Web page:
They were reacting to the perceived shortages in a typical human way: They tried to hoard employees, like people hoarded toilet paper when the word “shortage” started circulating, and so these companies made the labor shortages much worse, and they contributed to this immense overhang of job openings.
But now there is a sense of reality returning, and they’re taking down some of those job openings, and they’re looking at places where this hiring binge might have led to overstaffing, and they’re looking at their future office needs, and they’re discovering that their real estate departments went haywire, and that there is no way in heck they will ever grow into this office space, but that they would more likely need a whole lot less.
Other industries aren’t so lucky. They’ve gotten hit hard. For example, the mortgage lenders are now getting slammed by higher mortgage rates. Mortgage refinancing, which was a big and profitable part of the business of mortgage lenders, well, that collapsed when mortgage rates spiked because people aren’t going to refinance a 3% mortgage with a 6% mortgage. And that started late last year.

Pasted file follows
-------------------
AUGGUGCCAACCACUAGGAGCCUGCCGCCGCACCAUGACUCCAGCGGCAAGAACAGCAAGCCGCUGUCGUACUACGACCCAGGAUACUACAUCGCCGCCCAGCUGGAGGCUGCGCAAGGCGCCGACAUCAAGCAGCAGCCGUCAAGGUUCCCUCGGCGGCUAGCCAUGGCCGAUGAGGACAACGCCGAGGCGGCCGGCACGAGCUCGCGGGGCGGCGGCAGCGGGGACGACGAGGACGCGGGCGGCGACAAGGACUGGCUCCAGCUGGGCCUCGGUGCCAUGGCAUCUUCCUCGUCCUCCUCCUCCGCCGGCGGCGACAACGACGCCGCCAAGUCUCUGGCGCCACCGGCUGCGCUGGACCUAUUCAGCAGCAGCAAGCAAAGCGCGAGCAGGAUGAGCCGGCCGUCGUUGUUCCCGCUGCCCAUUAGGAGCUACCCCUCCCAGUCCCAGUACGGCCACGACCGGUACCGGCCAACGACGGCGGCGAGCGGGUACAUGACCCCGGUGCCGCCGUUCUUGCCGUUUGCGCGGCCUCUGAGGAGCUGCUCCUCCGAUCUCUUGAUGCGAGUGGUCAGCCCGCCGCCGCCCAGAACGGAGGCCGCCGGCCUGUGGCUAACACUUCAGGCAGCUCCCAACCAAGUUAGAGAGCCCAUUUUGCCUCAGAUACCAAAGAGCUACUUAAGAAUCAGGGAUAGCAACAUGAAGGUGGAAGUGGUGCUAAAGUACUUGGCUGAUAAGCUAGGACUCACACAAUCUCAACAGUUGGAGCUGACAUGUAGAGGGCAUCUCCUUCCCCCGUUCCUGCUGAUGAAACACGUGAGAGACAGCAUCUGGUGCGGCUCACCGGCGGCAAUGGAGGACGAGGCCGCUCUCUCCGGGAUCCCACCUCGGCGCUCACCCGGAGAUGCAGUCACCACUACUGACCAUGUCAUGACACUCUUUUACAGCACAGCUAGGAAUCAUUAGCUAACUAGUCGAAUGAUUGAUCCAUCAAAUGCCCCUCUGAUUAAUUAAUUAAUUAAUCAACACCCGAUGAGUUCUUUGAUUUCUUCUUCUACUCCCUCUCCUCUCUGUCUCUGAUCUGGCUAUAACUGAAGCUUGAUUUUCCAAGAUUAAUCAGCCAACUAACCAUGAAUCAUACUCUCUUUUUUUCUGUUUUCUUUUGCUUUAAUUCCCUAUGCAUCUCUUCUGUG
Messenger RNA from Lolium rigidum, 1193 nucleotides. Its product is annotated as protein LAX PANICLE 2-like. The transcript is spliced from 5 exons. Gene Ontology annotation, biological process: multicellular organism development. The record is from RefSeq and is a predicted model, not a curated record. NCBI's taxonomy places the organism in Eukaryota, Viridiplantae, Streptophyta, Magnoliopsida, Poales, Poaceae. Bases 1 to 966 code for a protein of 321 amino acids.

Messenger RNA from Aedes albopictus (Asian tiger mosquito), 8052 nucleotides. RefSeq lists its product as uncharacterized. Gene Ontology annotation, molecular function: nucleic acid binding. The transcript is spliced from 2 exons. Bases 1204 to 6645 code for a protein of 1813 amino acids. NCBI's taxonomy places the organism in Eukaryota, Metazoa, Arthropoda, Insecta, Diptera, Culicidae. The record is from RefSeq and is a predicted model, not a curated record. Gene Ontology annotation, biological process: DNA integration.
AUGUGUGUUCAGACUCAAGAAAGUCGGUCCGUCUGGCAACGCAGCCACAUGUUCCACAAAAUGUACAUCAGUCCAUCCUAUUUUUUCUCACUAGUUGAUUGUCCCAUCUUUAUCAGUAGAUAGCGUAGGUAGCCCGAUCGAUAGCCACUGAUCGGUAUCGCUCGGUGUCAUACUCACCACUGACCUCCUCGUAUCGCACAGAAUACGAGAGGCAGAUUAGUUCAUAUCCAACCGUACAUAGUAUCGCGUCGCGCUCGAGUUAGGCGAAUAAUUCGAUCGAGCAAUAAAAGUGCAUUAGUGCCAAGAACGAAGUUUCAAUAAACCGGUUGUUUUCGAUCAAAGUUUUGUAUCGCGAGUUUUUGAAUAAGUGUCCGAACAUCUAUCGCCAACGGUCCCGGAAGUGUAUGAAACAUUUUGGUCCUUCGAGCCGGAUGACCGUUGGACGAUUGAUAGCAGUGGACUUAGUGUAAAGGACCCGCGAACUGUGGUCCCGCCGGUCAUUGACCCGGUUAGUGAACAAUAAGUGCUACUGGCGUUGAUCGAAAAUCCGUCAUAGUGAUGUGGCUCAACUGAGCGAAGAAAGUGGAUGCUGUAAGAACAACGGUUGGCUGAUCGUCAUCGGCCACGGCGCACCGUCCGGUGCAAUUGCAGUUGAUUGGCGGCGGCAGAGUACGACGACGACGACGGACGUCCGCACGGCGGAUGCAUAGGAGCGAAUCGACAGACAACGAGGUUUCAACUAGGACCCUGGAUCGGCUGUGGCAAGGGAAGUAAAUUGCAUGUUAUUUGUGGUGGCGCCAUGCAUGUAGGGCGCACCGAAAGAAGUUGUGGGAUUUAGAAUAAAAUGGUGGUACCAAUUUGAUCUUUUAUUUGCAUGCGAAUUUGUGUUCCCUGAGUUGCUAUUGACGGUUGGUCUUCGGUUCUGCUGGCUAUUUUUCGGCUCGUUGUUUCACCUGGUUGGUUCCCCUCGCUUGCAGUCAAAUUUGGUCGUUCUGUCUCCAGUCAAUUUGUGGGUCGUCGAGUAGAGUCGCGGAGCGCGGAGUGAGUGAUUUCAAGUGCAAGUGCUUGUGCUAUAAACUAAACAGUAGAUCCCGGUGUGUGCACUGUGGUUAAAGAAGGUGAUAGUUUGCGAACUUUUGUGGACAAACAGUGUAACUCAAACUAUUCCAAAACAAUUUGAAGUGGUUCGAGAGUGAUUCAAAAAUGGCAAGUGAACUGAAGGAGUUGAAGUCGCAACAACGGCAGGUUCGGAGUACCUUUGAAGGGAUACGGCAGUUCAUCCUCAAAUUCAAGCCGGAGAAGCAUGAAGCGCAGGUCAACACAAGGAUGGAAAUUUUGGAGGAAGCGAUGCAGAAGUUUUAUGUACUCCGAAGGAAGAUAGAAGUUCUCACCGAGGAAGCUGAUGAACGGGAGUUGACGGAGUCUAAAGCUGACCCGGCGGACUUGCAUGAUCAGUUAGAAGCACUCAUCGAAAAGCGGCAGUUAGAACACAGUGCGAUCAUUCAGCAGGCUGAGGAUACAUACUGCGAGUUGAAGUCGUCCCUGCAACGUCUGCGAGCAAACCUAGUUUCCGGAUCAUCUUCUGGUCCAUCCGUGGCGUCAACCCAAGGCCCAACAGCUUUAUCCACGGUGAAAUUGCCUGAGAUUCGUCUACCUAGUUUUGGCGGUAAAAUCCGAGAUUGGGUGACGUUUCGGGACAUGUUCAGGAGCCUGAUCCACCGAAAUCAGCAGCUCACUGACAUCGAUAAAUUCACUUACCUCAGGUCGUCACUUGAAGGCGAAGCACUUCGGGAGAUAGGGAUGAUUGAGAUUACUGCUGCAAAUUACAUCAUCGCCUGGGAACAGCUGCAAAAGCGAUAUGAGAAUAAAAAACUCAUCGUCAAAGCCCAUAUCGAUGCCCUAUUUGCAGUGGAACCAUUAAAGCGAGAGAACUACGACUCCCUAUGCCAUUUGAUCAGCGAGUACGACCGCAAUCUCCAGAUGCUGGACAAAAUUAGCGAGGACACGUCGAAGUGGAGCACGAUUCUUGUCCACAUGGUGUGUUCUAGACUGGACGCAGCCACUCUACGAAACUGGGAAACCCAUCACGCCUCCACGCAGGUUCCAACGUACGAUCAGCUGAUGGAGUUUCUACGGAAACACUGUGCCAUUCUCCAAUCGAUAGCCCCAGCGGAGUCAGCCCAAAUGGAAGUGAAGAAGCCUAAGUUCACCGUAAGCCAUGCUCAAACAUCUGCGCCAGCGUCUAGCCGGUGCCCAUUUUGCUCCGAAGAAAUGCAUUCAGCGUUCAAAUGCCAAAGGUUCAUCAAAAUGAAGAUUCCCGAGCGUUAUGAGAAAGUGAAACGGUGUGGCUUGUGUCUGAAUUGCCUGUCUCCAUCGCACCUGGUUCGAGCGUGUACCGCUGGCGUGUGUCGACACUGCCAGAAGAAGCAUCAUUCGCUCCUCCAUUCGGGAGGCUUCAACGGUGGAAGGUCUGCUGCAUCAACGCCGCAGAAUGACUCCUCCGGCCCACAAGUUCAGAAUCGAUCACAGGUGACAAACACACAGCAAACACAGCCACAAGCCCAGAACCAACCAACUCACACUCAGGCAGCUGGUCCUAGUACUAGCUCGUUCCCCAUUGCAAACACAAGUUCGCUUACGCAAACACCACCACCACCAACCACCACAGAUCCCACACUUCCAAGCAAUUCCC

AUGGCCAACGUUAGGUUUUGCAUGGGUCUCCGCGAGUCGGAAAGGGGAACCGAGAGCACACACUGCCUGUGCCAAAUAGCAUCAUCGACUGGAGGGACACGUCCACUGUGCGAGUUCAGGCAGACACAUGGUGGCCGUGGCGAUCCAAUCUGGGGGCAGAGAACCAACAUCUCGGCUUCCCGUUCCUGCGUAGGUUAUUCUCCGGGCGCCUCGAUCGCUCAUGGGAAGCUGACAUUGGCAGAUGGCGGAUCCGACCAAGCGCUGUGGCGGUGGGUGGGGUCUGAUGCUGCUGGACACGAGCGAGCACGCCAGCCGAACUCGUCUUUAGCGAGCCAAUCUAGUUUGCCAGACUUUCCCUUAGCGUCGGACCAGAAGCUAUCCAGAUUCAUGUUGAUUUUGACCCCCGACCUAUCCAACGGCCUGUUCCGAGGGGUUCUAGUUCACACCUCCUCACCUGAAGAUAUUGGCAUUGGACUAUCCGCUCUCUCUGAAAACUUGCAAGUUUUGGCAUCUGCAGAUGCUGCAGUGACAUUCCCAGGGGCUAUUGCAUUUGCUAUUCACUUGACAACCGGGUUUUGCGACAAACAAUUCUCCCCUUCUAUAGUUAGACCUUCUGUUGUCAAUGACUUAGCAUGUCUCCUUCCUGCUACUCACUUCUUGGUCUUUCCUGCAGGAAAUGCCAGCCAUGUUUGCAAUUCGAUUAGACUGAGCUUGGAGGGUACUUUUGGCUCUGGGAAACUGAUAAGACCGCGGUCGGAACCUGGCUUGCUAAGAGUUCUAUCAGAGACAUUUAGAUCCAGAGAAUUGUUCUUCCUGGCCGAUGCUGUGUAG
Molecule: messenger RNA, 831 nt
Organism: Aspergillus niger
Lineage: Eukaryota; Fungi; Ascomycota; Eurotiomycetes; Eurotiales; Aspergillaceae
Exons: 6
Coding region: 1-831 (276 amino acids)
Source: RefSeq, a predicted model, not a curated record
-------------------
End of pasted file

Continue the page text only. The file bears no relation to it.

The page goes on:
Every major mortgage lender has started laying off people, many thousands of people, including the biggest such as Rocket Mortgage, which includes the former Quicken Loans, Lending Tree, Loan Depot, Wells Fargo, PennyMac, and many others.
And the crypto platforms fell on their own sword, namely the combination of leverage, scams, lies, and inter-connections, borrowing from each other and lending to each other to gamble on cryptos. And when cryptos plunged, several of these companies collapsed and froze deposits of their customers and some filed for bankruptcy. And throughout the crypto and blockchain space, there have been waves of layoffs.
There are gobs of startup companies that got funded by investors, and those companies went on a hiring binge while burning large amounts of cash, and now investors are getting skittish, and those startups are laying off people to keep going for a while longer, hoping that new investors will materialize by then and fund their cash-burn before they run out of cash to burn.
And there are companies that went public via IPO or via merger with a SPAC that are losing a running ton of money, and that have no visible path to profitability, and they’re laying off people because they have to, and some of them have already filed for bankruptcy in June and July, and others will this year and next year.